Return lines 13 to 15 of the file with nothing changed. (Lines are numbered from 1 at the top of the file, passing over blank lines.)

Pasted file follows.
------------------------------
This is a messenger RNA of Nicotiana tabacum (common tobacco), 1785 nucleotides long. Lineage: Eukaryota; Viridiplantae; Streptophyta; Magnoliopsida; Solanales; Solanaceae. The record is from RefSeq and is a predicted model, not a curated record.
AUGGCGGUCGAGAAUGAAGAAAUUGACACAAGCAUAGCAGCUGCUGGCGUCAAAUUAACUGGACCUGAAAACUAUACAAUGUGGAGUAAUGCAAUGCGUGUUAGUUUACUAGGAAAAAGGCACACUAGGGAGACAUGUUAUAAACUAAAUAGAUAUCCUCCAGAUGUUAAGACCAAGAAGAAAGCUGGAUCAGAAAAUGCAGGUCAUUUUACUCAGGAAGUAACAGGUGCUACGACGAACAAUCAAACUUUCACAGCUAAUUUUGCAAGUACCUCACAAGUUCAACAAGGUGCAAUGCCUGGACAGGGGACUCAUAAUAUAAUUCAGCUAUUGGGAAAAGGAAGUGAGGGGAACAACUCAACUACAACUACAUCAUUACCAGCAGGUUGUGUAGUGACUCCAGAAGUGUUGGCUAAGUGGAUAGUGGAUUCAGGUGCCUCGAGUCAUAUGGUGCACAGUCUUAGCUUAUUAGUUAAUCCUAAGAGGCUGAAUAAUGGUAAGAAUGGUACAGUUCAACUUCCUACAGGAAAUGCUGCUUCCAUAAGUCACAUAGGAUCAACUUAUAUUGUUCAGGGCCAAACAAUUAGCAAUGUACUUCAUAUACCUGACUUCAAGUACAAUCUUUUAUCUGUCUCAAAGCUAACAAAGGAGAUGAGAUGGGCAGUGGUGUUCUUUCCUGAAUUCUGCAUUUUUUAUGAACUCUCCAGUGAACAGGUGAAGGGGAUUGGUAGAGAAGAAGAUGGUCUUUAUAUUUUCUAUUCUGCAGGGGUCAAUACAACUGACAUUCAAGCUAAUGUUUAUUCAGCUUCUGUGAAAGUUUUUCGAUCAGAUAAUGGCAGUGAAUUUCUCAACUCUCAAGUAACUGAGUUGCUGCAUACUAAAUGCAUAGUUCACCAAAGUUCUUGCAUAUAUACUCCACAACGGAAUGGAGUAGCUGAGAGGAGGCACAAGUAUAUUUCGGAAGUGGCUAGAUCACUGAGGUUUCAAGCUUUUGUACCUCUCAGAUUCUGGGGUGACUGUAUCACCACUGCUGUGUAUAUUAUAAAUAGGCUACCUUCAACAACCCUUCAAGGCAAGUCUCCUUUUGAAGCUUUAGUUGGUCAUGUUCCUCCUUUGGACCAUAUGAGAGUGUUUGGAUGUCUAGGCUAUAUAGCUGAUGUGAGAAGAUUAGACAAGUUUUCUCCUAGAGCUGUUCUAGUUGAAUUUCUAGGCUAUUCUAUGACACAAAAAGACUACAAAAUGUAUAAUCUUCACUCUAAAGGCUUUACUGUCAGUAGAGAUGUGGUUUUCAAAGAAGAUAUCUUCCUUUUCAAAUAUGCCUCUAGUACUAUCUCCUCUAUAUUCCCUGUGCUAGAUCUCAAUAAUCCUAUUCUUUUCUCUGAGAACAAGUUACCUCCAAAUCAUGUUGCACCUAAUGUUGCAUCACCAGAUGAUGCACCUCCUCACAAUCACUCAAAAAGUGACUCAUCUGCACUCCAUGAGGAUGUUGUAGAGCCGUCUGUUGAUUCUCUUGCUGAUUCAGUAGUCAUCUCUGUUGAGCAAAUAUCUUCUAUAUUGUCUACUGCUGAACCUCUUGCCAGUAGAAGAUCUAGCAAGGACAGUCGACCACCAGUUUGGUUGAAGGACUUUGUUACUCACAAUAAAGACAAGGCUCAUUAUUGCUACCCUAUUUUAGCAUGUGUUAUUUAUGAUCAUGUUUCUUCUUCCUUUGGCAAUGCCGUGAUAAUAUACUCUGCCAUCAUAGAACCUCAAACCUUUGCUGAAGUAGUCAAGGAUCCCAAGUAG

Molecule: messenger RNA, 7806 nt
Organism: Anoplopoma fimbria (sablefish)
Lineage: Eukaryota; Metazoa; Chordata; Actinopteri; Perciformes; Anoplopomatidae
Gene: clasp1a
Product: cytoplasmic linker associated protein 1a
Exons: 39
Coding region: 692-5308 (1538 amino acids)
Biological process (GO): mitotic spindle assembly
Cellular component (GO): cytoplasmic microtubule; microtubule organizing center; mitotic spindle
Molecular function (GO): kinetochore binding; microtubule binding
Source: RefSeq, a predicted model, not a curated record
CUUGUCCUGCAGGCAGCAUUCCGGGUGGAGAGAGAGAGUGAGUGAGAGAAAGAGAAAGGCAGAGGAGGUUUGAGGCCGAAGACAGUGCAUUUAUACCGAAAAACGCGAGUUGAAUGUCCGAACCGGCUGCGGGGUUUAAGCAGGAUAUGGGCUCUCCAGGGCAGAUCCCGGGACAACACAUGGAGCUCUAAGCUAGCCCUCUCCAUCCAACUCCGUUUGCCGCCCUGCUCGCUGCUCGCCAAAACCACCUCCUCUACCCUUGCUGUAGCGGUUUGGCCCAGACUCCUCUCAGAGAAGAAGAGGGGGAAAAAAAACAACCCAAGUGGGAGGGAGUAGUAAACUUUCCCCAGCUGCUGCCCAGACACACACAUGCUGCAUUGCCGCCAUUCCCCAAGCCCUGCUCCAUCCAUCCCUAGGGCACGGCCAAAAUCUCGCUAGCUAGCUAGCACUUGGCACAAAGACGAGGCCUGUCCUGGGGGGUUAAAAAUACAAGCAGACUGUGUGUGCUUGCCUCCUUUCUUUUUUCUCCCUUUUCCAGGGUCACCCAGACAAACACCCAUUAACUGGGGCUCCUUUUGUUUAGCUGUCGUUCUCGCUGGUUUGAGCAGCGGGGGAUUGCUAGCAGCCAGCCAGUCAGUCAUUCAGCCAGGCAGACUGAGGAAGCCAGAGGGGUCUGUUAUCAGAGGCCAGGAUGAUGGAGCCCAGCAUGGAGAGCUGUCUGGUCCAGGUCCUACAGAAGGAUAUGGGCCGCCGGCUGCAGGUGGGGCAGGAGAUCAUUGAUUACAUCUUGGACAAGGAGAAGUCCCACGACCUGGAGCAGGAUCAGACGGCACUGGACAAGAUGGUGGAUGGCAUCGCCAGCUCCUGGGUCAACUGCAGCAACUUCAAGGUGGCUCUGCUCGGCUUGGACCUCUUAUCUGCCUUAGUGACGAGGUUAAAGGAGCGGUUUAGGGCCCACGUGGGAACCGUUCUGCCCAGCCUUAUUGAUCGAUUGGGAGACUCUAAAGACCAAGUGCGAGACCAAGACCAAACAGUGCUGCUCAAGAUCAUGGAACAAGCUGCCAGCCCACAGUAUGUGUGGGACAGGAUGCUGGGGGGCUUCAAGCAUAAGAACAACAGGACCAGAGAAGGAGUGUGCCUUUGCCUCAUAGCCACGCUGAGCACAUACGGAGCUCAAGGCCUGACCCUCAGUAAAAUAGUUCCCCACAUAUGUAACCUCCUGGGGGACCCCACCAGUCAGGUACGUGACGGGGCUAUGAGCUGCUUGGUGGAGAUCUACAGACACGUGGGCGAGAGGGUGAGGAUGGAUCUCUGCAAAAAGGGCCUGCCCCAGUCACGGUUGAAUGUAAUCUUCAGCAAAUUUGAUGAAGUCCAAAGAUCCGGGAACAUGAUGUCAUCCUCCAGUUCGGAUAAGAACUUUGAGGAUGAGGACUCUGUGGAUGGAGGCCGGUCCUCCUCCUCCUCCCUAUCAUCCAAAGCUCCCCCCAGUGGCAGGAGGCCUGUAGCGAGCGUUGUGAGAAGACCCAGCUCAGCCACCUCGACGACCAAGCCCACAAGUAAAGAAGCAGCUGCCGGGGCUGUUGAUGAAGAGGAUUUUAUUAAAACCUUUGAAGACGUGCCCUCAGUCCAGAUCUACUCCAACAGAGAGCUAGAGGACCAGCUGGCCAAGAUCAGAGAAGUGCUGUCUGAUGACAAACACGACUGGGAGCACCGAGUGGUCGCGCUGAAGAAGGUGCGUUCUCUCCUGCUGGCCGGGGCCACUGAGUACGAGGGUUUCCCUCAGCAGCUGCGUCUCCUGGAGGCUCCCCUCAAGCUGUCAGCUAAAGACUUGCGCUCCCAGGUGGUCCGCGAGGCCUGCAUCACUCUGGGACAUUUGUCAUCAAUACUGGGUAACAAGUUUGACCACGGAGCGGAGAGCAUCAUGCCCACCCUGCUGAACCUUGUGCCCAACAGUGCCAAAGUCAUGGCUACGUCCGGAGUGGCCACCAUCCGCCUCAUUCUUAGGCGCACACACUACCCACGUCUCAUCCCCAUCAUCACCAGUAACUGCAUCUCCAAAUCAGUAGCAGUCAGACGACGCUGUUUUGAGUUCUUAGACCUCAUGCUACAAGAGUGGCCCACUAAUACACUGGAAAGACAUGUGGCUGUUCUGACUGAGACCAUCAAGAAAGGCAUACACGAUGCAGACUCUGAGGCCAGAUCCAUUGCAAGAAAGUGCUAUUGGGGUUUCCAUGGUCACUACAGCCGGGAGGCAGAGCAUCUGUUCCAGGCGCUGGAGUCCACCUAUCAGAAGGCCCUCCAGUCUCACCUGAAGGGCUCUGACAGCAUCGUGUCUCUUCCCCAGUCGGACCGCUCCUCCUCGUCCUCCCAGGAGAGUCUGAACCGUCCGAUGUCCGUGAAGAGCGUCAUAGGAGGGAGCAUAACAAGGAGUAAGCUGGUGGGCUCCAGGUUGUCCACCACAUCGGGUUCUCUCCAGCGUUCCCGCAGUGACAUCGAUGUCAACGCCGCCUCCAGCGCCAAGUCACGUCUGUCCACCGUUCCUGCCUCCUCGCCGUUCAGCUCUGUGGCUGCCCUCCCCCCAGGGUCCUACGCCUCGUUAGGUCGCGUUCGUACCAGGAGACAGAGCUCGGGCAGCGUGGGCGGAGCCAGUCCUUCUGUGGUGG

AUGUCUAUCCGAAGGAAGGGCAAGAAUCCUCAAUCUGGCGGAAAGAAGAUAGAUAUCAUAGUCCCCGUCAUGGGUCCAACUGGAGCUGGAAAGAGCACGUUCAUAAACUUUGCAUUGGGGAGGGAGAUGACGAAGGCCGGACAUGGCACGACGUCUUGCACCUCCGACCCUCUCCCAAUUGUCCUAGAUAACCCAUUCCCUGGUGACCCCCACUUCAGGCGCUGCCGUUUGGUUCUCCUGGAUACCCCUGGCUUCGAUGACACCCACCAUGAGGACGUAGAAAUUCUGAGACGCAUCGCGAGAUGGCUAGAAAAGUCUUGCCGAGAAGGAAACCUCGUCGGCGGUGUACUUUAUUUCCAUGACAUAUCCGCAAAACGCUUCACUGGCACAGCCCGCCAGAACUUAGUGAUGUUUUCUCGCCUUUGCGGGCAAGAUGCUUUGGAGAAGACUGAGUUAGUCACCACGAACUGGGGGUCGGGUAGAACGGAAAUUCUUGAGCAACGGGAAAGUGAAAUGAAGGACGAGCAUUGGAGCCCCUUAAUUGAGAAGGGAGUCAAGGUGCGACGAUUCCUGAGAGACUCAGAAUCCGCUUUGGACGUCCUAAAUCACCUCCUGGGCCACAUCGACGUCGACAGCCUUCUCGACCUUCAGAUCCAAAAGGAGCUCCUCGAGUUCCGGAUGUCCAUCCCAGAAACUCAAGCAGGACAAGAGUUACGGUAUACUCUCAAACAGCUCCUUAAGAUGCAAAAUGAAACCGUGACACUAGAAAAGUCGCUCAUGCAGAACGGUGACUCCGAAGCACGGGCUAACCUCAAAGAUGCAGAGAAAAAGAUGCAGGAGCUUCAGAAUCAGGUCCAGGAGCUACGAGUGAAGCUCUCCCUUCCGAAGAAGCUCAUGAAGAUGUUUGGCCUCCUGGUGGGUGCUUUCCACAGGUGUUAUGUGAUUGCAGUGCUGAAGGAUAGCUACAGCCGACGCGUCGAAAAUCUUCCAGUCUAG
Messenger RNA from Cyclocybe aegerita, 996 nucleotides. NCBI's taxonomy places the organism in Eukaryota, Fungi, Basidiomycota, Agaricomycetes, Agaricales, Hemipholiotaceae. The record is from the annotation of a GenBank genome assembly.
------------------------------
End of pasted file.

Source: RefSeq, a predicted model, not a curated record
CUUGUCCUGCAGGCAGCAUUCCGGGUGGAGAGAGAGAGUGAGUGAGAGAAAGAGAAAGGCAGAGGAGGUUUGAGGCCGAAGACAGUGCAUUUAUACCGAAAAACGCGAGUUGAAUGUCCGAACCGGCUGCGGGGUUUAAGCAGGAUAUGGGCUCUCCAGGGCAGAUCCCGGGACAACACAUGGAGCUCUAAGCUAGCCCUCUCCAUCCAACUCCGUUUGCCGCCCUGCUCGCUGCUCGCCAAAACCACCUCCUCUACCCUUGCUGUAGCGGUUUGGCCCAGACUCCUCUCAGAGAAGAAGAGGGGGAAAAAAAACAACCCAAGUGGGAGGGAGUAGUAAACUUUCCCCAGCUGCUGCCCAGACACACACAUGCUGCAUUGCCGCCAUUCCCCAAGCCCUGCUCCAUCCAUCCCUAGGGCACGGCCAAAAUCUCGCUAGCUAGCUAGCACUUGGCACAAAGACGAGGCCUGUCCUGGGGGGUUAAAAAUACAAGCAGACUGUGUGUGCUUGCCUCCUUUCUUUUUUCUCCCUUUUCCAGGGUCACCCAGACAAACACCCAUUAACUGGGGCUCCUUUUGUUUAGCUGUCGUUCUCGCUGGUUUGAGCAGCGGGGGAUUGCUAGCAGCCAGCCAGUCAGUCAUUCAGCCAGGCAGACUGAGGAAGCCAGAGGGGUCUGUUAUCAGAGGCCAGGAUGAUGGAGCCCAGCAUGGAGAGCUGUCUGGUCCAGGUCCUACAGAAGGAUAUGGGCCGCCGGCUGCAGGUGGGGCAGGAGAUCAUUGAUUACAUCUUGGACAAGGAGAAGUCCCACGACCUGGAGCAGGAUCAGACGGCACUGGACAAGAUGGUGGAUGGCAUCGCCAGCUCCUGGGUCAACUGCAGCAACUUCAAGGUGGCUCUGCUCGGCUUGGACCUCUUAUCUGCCUUAGUGACGAGGUUAAAGGAGCGGUUUAGGGCCCACGUGGGAACCGUUCUGCCCAGCCUUAUUGAUCGAUUGGGAGACUCUAAAGACCAAGUGCGAGACCAAGACCAAACAGUGCUGCUCAAGAUCAUGGAACAAGCUGCCAGCCCACAGUAUGUGUGGGACAGGAUGCUGGGGGGCUUCAAGCAUAAGAACAACAGGACCAGAGAAGGAGUGUGCCUUUGCCUCAUAGCCACGCUGAGCACAUACGGAGCUCAAGGCCUGACCCUCAGUAAAAUAGUUCCCCACAUAUGUAACCUCCUGGGGGACCCCACCAGUCAGGUACGUGACGGGGCUAUGAGCUGCUUGGUGGAGAUCUACAGACACGUGGGCGAGAGGGUGAGGAUGGAUCUCUGCAAAAAGGGCCUGCCCCAGUCACGGUUGAAUGUAAUCUUCAGCAAAUUUGAUGAAGUCCAAAGAUCCGGGAACAUGAUGUCAUCCUCCAGUUCGGAUAAGAACUUUGAGGAUGAGGACUCUGUGGAUGGAGGCCGGUCCUCCUCCUCCUCCCUAUCAUCCAAAGCUCCCCCCAGUGGCAGGAGGCCUGUAGCGAGCGUUGUGAGAAGACCCAGCUCAGCCACCUCGACGACCAAGCCCACAAGUAAAGAAGCAGCUGCCGGGGCUGUUGAUGAAGAGGAUUUUAUUAAAACCUUUGAAGACGUGCCCUCAGUCCAGAUCUACUCCAACAGAGAGCUAGAGGACCAGCUGGCCAAGAUCAGAGAAGUGCUGUCUGAUGACAAACACGACUGGGAGCACCGAGUGGUCGCGCUGAAGAAGGUGCGUUCUCUCCUGCUGGCCGGGGCCACUGAGUACGAGGGUUUCCCUCAGCAGCUGCGUCUCCUGGAGGCUCCCCUCAAGCUGUCAGCUAAAGACUUGCGCUCCCAGGUGGUCCGCGAGGCCUGCAUCACUCUGGGACAUUUGUCAUCAAUACUGGGUAACAAGUUUGACCACGGAGCGGAGAGCAUCAUGCCCACCCUGCUGAACCUUGUGCCCAACAGUGCCAAAGUCAUGGCUACGUCCGGAGUGGCCACCAUCCGCCUCAUUCUUAGGCGCACACACUACCCACGUCUCAUCCCCAUCAUCACCAGUAACUGCAUCUCCAAAUCAGUAGCAGUCAGACGACGCUGUUUUGAGUUCUUAGACCUCAUGCUACAAGAGUGGCCCACUAAUACACUGGAAAGACAUGUGGCUGUUCUGACUGAGACCAUCAAGAAAGGCAUACACGAUGCAGACUCUGAGGCCAGAUCCAUUGCAAGAAAGUGCUAUUGGGGUUUCCAUGGUCACUACAGCCGGGAGGCAGAGCAUCUGUUCCAGGCGCUGGAGUCCACCUAUCAGAAGGCCCUCCAGUCUCACCUGAAGGGCUCUGACAGCAUCGUGUCUCUUCCCCAGUCGGACCGCUCCUCCUCGUCCUCCCAGGAGAGUCUGAACCGUCCGAUGUCCGUGAAGAGCGUCAUAGGAGGGAGCAUAACAAGGAGUAAGCUGGUGGGCUCCAGGUUGUCCACCACAUCGGGUUCUCUCCAGCGUUCCCGCAGUGACAUCGAUGUCAACGCCGCCUCCAGCGCCAAGUCACGUCUGUCCACCGUUCCUGCCUCCUCGCCGUUCAGCUCUGUGGCUGCCCUCCCCCCAGGGUCCUACGCCUCGUUAGGUCGCGUUCGUACCAGGAGACAGAGCUCGGGCAGCGUGGGCGGAGCCAGUCCUUCUGUGGUGG

AUGUCUAUCCGAAGGAAGGGCAAGAAUCCUCAAUCUGGCGGAAAGAAGAUAGAUAUCAUAGUCCCCGUCAUGGGUCCAACUGGAGCUGGAAAGAGCACGUUCAUAAACUUUGCAUUGGGGAGGGAGAUGACGAAGGCCGGACAUGGCACGACGUCUUGCACCUCCGACCCUCUCCCAAUUGUCCUAGAUAACCCAUUCCCUGGUGACCCCCACUUCAGGCGCUGCCGUUUGGUUCUCCUGGAUACCCCUGGCUUCGAUGACACCCACCAUGAGGACGUAGAAAUUCUGAGACGCAUCGCGAGAUGGCUAGAAAAGUCUUGCCGAGAAGGAAACCUCGUCGGCGGUGUACUUUAUUUCCAUGACAUAUCCGCAAAACGCUUCACUGGCACAGCCCGCCAGAACUUAGUGAUGUUUUCUCGCCUUUGCGGGCAAGAUGCUUUGGAGAAGACUGAGUUAGUCACCACGAACUGGGGGUCGGGUAGAACGGAAAUUCUUGAGCAACGGGAAAGUGAAAUGAAGGACGAGCAUUGGAGCCCCUUAAUUGAGAAGGGAGUCAAGGUGCGACGAUUCCUGAGAGACUCAGAAUCCGCUUUGGACGUCCUAAAUCACCUCCUGGGCCACAUCGACGUCGACAGCCUUCUCGACCUUCAGAUCCAAAAGGAGCUCCUCGAGUUCCGGAUGUCCAUCCCAGAAACUCAAGCAGGACAAGAGUUACGGUAUACUCUCAAACAGCUCCUUAAGAUGCAAAAUGAAACCGUGACACUAGAAAAGUCGCUCAUGCAGAACGGUGACUCCGAAGCACGGGCUAACCUCAAAGAUGCAGAGAAAAAGAUGCAGGAGCUUCAGAAUCAGGUCCAGGAGCUACGAGUGAAGCUCUCCCUUCCGAAGAAGCUCAUGAAGAUGUUUGGCCUCCUGGUGGGUGCUUUCCACAGGUGUUAUGUGAUUGCAGUGCUGAAGGAUAGCUACAGCCGACGCGUCGAAAAUCUUCCAGUCUAG